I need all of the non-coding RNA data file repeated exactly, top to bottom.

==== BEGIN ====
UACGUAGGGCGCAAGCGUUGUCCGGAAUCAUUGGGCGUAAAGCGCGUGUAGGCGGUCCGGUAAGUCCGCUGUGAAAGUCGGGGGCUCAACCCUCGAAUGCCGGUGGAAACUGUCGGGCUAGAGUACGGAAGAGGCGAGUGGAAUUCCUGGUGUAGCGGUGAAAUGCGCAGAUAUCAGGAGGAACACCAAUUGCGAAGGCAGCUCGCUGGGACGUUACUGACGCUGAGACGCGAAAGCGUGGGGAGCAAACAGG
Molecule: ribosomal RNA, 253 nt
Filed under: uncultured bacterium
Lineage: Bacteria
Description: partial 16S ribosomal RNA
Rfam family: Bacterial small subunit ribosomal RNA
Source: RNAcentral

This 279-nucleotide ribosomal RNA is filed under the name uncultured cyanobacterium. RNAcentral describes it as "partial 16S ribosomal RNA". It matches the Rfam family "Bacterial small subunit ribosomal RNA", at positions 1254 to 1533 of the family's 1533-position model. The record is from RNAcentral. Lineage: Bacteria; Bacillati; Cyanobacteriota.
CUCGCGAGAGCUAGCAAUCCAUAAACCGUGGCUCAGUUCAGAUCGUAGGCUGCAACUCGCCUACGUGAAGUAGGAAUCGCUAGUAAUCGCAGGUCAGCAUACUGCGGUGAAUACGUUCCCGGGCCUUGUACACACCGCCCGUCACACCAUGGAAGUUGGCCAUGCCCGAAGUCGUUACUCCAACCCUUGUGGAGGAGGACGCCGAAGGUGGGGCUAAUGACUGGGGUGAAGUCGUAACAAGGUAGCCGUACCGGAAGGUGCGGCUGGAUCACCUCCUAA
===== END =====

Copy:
UACGUAGGGCGCAAGCGUUGUCCGGAAUCAUUGGGCGUAAAGCGCGUGUAGGCGGUCCGGUAAGUCCGCUGUGAAAGUCGGGGGCUCAACCCUCGAAUGCCGGUGGAAACUGUCGGGCUAGAGUACGGAAGAGGCGAGUGGAAUUCCUGGUGUAGCGGUGAAAUGCGCAGAUAUCAGGAGGAACACCAAUUGCGAAGGCAGCUCGCUGGGACGUUACUGACGCUGAGACGCGAAAGCGUGGGGAGCAAACAGG
Molecule: ribosomal RNA, 253 nt
Filed under: uncultured bacterium
Lineage: Bacteria
Description: partial 16S ribosomal RNA
Rfam family: Bacterial small subunit ribosomal RNA
Source: RNAcentral

This 279-nucleotide ribosomal RNA is filed under the name uncultured cyanobacterium. RNAcentral describes it as "partial 16S ribosomal RNA". It matches the Rfam family "Bacterial small subunit ribosomal RNA", at positions 1254 to 1533 of the family's 1533-position model. The record is from RNAcentral. Lineage: Bacteria; Bacillati; Cyanobacteriota.
CUCGCGAGAGCUAGCAAUCCAUAAACCGUGGCUCAGUUCAGAUCGUAGGCUGCAACUCGCCUACGUGAAGUAGGAAUCGCUAGUAAUCGCAGGUCAGCAUACUGCGGUGAAUACGUUCCCGGGCCUUGUACACACCGCCCGUCACACCAUGGAAGUUGGCCAUGCCCGAAGUCGUUACUCCAACCCUUGUGGAGGAGGACGCCGAAGGUGGGGCUAAUGACUGGGGUGAAGUCGUAACAAGGUAGCCGUACCGGAAGGUGCGGCUGGAUCACCUCCUAA